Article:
Talks with David Roche 2018

Edo kaleidoscope: Urban experiences in the Shogun’s capital | Thursday 16th August 6PM


By the late 18th century, as Adelaide was charted by Matthew Flinders, a city 8000 km to the north had developed from a rural village to a cosmopolitan artistic centre with a population of over one million residents. The city of Edo (modern-day Tokyo) was the shogun’s capital, in which the military elite such as samurai enjoyed a myriad of social privileges. It was also the home of Japanese popular culture which profoundly influenced art around the world.

In spite of the strict sumptuary rules and restrictions of Tokugawa society, Edo flourished and accommodated a great diversity of people from different social classes who congregated to enjoy the pleasure and diversions on offer in the largest city in the world. Samurai, townspeople, villagers, tourists, artists and others all walked the streets of Edo where businesses large and small catered to a diversity of interests and needs. Despite the conservative aesthetics of the ruling military elite a wealth of novel ideas and styles were integrated into the arts.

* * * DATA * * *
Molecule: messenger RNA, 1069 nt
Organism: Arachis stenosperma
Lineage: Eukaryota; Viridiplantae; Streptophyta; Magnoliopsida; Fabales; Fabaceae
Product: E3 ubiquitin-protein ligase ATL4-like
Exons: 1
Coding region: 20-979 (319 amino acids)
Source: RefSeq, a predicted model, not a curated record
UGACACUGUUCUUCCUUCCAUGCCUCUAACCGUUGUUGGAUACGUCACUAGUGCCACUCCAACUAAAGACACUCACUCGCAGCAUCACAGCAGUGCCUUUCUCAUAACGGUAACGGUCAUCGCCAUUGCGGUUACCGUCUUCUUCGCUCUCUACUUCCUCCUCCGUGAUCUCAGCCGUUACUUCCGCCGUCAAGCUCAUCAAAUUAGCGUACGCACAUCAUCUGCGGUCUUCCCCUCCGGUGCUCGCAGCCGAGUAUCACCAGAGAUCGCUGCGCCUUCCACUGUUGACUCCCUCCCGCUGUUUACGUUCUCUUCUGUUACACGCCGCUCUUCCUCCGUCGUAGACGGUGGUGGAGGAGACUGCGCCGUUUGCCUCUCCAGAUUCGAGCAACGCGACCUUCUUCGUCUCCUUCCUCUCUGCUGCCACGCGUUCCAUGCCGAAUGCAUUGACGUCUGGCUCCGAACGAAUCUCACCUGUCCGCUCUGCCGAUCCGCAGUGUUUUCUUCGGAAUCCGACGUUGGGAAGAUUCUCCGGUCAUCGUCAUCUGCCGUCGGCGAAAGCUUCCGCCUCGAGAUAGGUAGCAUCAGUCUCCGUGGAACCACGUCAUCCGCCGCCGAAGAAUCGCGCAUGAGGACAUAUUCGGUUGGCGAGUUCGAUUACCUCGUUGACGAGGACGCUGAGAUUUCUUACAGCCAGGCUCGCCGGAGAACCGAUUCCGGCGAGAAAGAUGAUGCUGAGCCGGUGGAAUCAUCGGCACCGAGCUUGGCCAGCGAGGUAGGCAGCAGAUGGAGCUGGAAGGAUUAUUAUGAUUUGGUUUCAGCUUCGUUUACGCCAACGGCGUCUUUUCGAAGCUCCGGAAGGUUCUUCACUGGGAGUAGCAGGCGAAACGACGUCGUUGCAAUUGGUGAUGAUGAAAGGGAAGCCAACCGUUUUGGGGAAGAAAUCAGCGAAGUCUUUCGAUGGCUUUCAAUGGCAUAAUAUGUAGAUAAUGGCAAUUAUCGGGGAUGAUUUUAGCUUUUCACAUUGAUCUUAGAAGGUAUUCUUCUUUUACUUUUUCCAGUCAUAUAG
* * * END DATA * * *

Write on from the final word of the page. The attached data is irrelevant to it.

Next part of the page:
Using artworks from the forthcoming exhibition, Edo Style: The Art of Japan (1615-1868), Dr Takeshi Moriyama, Senior Lecturer (Murdoch University) will provide an introduction to the vibrant urban life in Edo during the reign of the Tokugawa shogun.



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